Aid or Plague: A Study of ODA Projects and Development in Viet Nam


Student thesis: Doctoral Thesis

View graph of relations



Awarding Institution
Award date23 May 2017



Viet Nam is one of the favorites of international donors for providing development aid and support. Since its opening up and economic reforms in the early 1990s, it has received an enormous amount of money 1 of Official Development Aid (ODA) from both bilateral and multilateral development programmes as well as many development funds from non-governmental agencies. Nevertheless, whether development funds are put to good use or, in other words, are effective in enhancing development has long been a question. The fact is that Viet Nam has been one of the most robust economies, in terms of GDP growth, in the region from the mid-1990s to the mid-2000s. One point in question is whether development funds have led to the economic improvement of Viet Nam, or the other way round, whether Viet Nam’s robust economy has attracted ‘effect’-thirst donors.

Quite a number of studies have attempted to analyze large sets of data across countries to prove or disprove the direct relationships between economic improvement and development, yet, no definite conclusion can be drawn. This research employs a qualitative approach to examine the relationship between development and development aid on the ground level. It targets three international donors – two ‘traditional’ donors: Japan and the Word Bank, and one new donor: Hungary.

Field work was conducted in a city in the south of Viet Nam in which the researcher built up rapport with local project staff, observed interaction between development workers from the donors’ and recipients’ teams, and collected views and comments from different parties involved in and related to the projects. Through collecting field data on such a micro-level of the actual implementation and project management processes, the research has been able to attain a different lens in understanding ‘development’.

There have been many critical analyses of the development policies of international donors and their development directives, such as the widely quoted Washington Consensus (WC) and post WC neoliberal principles. The notorious ‘rules and conditions’ imposed by donors are often critiqued. While this research will incorporate these critical discussions into its analysis, it argues that different donors do show different ‘characteristics’ and their interactions with local project teams vary. Such interactions often shape the ways project staff handle the projects and their views on the effectiveness and fruits of development work. Rather than soliciting market forces into development work, different terms and conditions imposed by the donor actually constrain the market mechanism and prioritize donors’ interests. The ‘market’ is set aside.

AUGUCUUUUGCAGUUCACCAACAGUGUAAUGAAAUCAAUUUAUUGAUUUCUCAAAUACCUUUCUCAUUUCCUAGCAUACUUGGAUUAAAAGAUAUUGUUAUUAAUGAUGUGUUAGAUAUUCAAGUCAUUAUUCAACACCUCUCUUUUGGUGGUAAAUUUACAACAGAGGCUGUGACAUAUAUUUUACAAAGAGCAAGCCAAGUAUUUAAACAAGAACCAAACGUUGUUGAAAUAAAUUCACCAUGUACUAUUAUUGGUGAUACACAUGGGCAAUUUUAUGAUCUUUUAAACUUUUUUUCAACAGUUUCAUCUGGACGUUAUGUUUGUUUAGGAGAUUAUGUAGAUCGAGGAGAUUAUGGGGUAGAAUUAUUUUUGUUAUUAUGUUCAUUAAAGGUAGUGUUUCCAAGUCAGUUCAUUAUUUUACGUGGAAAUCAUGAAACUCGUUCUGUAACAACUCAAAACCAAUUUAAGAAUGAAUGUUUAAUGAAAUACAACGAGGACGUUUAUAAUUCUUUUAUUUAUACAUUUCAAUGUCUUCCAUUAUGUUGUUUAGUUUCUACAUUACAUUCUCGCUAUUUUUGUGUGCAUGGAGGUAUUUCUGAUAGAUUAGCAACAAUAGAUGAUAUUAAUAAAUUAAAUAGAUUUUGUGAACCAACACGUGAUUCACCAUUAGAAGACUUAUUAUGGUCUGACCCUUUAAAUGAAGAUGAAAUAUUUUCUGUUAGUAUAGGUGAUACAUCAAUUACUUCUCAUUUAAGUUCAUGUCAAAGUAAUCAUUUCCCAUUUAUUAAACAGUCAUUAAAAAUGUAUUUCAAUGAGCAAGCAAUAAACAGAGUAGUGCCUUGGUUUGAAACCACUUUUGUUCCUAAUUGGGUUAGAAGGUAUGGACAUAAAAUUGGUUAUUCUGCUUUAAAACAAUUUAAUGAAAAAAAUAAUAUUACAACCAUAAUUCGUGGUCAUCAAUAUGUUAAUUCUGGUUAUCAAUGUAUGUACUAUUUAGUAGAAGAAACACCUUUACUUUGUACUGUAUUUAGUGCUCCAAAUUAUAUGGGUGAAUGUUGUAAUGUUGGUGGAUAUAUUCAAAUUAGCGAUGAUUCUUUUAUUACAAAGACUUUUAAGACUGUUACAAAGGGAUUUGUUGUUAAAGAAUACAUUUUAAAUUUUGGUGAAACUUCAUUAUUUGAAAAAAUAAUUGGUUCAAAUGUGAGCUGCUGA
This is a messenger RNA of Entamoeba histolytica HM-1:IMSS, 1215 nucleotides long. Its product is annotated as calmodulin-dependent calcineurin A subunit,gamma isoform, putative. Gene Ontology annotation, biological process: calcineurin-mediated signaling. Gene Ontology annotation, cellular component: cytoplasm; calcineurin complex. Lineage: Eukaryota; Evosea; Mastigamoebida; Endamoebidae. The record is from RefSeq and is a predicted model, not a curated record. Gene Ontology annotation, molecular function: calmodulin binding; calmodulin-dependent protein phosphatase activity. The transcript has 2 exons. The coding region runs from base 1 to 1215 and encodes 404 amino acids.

This research argues that there is no simple logic between development aid and development, as development itself is a contested concept. This research seeks to examine ‘development’ from below through a processual approach and an actor-oriented approach. It will focus on the interactive process between donor and local development actors. Through examining the actual management processes of ODA projects in Viet Nam, this study maintains that ‘development’ is a complex interactive process between people and systems, entailing different ideologies and concepts (of development and development related issues), conflicting manners towards project management, and conflicting interests of different actors and parties. In development work, there are conjuncture and disjuncture of interests on both state and individual levels, clashes of inter-state relations, and conflicting sources of power and legal regimes.

Based on the above two fundamental approaches, and collected data, this research then examines three analytical themes, including the politics of development, the new political economy of ODAs, and the development resilience. It will reveal the imbalance of power relationships within development work, entangled political and economic interests of donor in offering ODA, and how local actors, in the face of different donor behavior, have put forward much resilience in response to different ‘problematic’ scenario.

While most projects will at the end of the day be ‘accomplished’ – a hospital built, a bridge constructed, a sewage system installed – whether this means ‘development’ is open for interpretations. This research has revealed that development in practice (as an interactive process between those involved in managing aid and aid projects) has often challenged development in rhetoric, and has incurred conflicting interests of different parities, power struggles, and the wrestling for supremacy during such a process.

Finally, the ‘new governance’ approach suggested by this project aims to promote the ground level and bottom-up approach in development studies, and focuses on both donor and recipient actors; both of them are responsible for problematic management of ODA projects. Overall, development governance has to be understood in local contexts and in the ‘process’ of ODA management; and only with such understanding, we would be better informed on ways to achieve good development governance.